Temperance is the practice of moderation. It was one of the four "cardinal" virtues held to be vital to society in Hellenic culture, and considered central to Christian behavior by the Catholic Church and is an important tenet of the moral codes of other world religions—for example, it is one of the Five Precepts of Buddhism.


  • These names of virtues, with their precepts, were:
    1. TEMPERANCE. Eat not to dullness; drink not to elevation.
  • Drink not the third glass, which thou canst not tame,
    When once it is within thee; but before
    Mayst rule it, as thou list: and pour the shame,
    Which it would pour on thee, upon the floor.
    It is most just to throw that on the ground,
    Which would throw me there, if I keep the round.
    • George Herbert, The Temple (1633), The Church Porch, Perirrhanterium, Stanza 5.
  • My experience through life has convinced me that, while moderation and temperance in all things are commendable and beneficial, abstinence from spiritous liquors is the best safeguard of morals and health.
    • Robert E. Lee, letter to a "Friends of Temperance" society (9 December 1869); as quoted in Personal Reminiscences, Anecdotes, and Letters of Gen. Robert E. Lee (1875) by John William Jones, p. 170.
  • If all the world
    Should in a pet of temp'rance, feed on pulse,
    Drink the clear stream, and nothing wear but frieze,
    Th' All-giver would be unthank'd, would be unprais'd.
  • Impostor; do not charge most innocent Nature,
    As if she would her children should be riotous
    With her abundance; she, good cateress,
    Means her provision only to the good,
    That live according to her sober laws,
    And holy dictate of spare temperance.
  • * Well observe
    The rule of Not too much, by temperance taught
    In what thou eat'st and drink'st.
  • O madness to think use of strongest wines
    And strongest drinks our chief support of health,
    When God with these forbidden made choice to rear
    His mighty champion, strong above compare,
    Whose drink was only from the liquid brook.
  • Drinking water neither makes a man sick, nor in debt, nor his wife a widow.
    • John Neal, reported in Josiah Hotchkiss Gilbert, Dictionary of Burning Words of Brilliant Writers (1895), p. 576.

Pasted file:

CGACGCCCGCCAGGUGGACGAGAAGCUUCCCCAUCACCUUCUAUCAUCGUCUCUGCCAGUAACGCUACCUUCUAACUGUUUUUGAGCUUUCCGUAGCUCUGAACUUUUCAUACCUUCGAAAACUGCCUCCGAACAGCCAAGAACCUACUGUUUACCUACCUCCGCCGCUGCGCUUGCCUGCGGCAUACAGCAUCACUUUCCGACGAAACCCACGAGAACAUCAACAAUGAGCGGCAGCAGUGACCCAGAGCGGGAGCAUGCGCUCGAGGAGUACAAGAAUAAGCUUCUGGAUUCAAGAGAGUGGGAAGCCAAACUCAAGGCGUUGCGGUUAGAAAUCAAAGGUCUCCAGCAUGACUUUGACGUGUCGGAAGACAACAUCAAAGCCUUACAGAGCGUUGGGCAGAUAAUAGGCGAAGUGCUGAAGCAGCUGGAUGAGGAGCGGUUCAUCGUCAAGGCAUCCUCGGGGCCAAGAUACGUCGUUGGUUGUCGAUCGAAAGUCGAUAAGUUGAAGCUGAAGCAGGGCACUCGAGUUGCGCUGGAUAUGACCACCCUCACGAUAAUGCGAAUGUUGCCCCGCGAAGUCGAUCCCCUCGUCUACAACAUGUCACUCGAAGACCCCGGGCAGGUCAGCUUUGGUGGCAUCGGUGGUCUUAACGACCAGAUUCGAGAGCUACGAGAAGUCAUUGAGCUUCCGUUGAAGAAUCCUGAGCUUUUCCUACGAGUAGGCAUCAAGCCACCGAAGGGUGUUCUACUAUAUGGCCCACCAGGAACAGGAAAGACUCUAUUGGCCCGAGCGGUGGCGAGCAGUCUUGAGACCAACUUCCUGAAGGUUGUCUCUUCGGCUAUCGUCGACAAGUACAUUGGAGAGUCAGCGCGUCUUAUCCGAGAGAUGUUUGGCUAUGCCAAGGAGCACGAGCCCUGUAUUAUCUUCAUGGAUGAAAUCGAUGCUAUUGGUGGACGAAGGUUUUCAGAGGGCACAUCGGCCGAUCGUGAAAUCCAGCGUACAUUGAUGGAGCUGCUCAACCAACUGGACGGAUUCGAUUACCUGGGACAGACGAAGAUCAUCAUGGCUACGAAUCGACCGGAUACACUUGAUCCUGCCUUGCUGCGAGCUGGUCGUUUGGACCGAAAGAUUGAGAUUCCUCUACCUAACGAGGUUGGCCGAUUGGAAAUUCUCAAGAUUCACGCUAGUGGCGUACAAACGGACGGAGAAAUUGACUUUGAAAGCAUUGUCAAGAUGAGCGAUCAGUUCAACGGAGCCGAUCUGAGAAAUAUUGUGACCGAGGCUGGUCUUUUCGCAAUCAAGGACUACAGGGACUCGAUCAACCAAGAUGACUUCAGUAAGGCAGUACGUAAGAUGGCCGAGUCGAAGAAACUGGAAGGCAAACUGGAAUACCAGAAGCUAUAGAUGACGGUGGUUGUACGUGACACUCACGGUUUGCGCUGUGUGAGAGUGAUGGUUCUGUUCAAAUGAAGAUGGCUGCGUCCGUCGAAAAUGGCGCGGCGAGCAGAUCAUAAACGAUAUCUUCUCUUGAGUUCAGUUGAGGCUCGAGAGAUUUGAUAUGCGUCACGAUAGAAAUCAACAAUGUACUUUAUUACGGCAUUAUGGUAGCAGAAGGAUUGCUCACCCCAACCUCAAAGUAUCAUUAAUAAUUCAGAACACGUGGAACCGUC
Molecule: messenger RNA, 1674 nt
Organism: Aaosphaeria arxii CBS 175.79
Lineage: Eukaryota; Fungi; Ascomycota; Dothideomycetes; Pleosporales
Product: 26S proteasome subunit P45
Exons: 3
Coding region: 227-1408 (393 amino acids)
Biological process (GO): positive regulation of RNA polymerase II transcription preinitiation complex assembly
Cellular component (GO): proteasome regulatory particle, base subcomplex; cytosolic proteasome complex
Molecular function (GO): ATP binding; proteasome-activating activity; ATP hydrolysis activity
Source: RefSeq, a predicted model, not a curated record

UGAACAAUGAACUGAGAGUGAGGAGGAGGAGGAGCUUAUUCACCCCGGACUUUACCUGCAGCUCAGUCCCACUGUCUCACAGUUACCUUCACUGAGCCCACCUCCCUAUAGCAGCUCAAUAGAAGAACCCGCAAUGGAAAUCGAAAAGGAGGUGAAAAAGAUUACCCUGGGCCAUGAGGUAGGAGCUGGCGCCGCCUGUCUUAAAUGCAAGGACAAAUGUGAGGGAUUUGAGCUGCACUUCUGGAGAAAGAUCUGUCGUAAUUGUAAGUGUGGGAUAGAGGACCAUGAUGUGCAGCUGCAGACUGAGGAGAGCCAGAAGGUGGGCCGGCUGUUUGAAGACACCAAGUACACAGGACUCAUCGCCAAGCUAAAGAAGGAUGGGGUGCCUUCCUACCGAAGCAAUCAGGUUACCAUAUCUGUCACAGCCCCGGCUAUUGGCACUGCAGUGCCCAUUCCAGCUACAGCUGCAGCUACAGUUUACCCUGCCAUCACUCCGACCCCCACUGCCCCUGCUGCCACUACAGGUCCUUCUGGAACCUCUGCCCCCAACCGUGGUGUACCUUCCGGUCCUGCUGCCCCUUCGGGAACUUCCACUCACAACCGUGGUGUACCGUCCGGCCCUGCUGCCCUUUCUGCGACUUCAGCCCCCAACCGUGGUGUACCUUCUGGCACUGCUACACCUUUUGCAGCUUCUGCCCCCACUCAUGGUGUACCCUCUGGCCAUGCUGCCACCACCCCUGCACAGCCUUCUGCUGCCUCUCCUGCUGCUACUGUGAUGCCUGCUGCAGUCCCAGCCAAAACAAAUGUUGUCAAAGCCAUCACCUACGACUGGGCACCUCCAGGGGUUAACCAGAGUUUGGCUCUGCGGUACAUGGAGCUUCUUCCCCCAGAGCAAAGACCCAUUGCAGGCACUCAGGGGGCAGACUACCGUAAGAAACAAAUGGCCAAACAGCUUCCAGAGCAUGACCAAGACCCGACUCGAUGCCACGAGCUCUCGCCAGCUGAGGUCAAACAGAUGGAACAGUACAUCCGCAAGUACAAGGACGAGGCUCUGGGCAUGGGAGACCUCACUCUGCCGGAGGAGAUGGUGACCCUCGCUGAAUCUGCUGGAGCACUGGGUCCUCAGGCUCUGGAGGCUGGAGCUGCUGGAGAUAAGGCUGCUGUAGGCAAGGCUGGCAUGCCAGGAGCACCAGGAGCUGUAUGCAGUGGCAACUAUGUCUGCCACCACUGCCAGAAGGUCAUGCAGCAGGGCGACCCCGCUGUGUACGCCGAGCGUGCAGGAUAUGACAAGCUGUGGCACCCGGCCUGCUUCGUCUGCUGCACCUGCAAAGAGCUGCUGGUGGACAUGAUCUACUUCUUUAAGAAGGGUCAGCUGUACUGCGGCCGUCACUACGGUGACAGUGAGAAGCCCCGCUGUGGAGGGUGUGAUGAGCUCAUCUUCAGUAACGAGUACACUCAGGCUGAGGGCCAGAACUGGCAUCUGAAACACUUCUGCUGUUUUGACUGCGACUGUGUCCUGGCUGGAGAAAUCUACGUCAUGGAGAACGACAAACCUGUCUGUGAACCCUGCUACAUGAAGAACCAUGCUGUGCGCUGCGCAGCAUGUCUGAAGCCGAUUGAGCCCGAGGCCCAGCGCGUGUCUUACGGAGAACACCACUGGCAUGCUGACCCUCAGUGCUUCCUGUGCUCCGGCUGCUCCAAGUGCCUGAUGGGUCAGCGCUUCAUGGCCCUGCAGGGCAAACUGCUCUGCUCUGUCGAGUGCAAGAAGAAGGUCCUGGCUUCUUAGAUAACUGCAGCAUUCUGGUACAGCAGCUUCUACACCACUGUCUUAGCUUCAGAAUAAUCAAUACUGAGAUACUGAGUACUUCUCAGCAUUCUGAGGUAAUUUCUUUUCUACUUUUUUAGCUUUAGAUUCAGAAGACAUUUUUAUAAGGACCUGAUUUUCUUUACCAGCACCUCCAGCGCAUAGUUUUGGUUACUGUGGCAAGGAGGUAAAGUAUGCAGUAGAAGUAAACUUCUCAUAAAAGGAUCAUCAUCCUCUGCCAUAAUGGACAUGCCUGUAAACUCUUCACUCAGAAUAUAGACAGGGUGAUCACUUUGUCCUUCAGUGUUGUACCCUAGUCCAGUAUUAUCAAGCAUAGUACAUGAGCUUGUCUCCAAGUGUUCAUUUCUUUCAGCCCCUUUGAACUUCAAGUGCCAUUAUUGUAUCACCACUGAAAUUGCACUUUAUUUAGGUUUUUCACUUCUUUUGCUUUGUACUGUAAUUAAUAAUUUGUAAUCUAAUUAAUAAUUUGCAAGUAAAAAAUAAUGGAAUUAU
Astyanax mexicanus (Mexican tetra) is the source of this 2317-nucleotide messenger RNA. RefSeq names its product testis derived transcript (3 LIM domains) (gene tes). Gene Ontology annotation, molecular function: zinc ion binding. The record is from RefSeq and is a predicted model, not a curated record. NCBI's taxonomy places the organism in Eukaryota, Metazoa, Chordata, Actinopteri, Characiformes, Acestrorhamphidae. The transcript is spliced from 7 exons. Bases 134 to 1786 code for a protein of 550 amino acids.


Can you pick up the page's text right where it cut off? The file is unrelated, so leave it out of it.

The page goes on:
• Moses … takes one form of desire, that one whose field of activity is the belly, and admonishes and disciplines it as the first step, holding that the other forms will cease to run riot as before and will be restrained by having learnt that their senior and as it were the leader of their company is obedient to the laws of temperance.
    • Philo, On The Special Laws, Part IV, p. 77.
  • Reason's whole pleasure, all the joys of Sense,
    Lie in three words, Health, Peace, and Competence.
    But Health consists with Temperance alone,
    And Peace, oh Virtue! Peace is all thy own.
  • The whole duty of man is embraced in the two principles of abstinence and patience: temperance in prosperity, and courage in adversity.
    • Seneca the Younger, reported in Josiah Hotchkiss Gilbert, Dictionary of Burning Words of Brilliant Writers (1895), p. 576.
  • Chastity is a monkish and evangelical superstition, a greater foe to natural temperance even than unintellectual sensuality; it strikes at the root of all domestic happiness, and consigns more than half the human race to misery.
  • If a workman can conveniently spare those three halfpence, he buys a pot of porter. If he cannot, he contents himself with a pint, and, as a penny saved is a penny got, he thus gains a farthing by his temperance.
  • Temperance is reason's girdle and passion's bridle, the strength of the soul, and the foundation of virtue.
    • Jeremy Taylor, reported in Josiah Hotchkiss Gilbert, Dictionary of Burning Words of Brilliant Writers (1895), p. 576.

Hoyt's New Cyclopedia Of Practical Quotations (1922)

Quotes reported in Hoyt's New Cyclopedia Of Practical Quotations (1922), p. 783-84.

  • And he that will to bed go sober,
    Falls with the leaf still in October.
  • Of a nature so mild and benign and proportioned to the human constitution as to warm without heating, to cheer but not inebriate. [Tar Water.]
    • Bishop Berkeley, Siris, Par. 217.
  • Call'd to the temple of impure delight
    He that abstains, and he alone, does right.
    If a wish wander that way, call it home;
    He cannot long be safe whose wishes roam.
  • Temp'rate in every place, abroad, at home,
    Thence will applause, and hence will profit come;
    And health from either,
    he in time prepares
    For sickness, age, and their attendant cares.
  • Abstinence is whereby a man refraineth from any thyng which he may lawfully take.
    • T. Elyot, Governour, Book III. Chapter XVI.
  • Abstinence is as easy to me as temperance would be difficult.
  • Of my merit
    On that pint you yourself may jedge:
    All is, I never drink no sperit,
    Nor I haint never signed no pledge.

See also

AltruismAsceticismBeneficenceBenevolenceBraveryCarefulnessCharityCheerfulnessCleanlinessCommon senseCompassionConstancyCourageDignityDiligenceDiscretionEarnestnessFaithFidelityForethoughtForgivenessFriendshipFrugalityGentlenessGoodnessGraceGratitudeHolinessHonestyHonorHopeHospitalityHumanityHumilityIntegrityIntelligenceJusticeKindnessLoveLoyaltyMercyModerationModestyOptimismPatiencePhilanthropyPietyPrudencePunctualityPovertyPuritySelf-controlSimplicitySinceritySobrietySympathyTemperanceTolerance

AggressionAngerApathyArroganceBigotryContemptCowardiceCrueltyDishonestyDrunkennessEgotismEnvyEvil speakingGluttonyGreedHatredHypocrisyIdlenessIgnoranceImpatienceImpenitenceIngratitudeInhumanityIntemperanceJealousyLazinessLustMaliceNeglectObstinacyPhilistinismPrejudicePretensionPrideRecklessnessSelf-righteousnessSelfishnessSuperficialityTryphéUnkindnessUsuryVanityWorldliness

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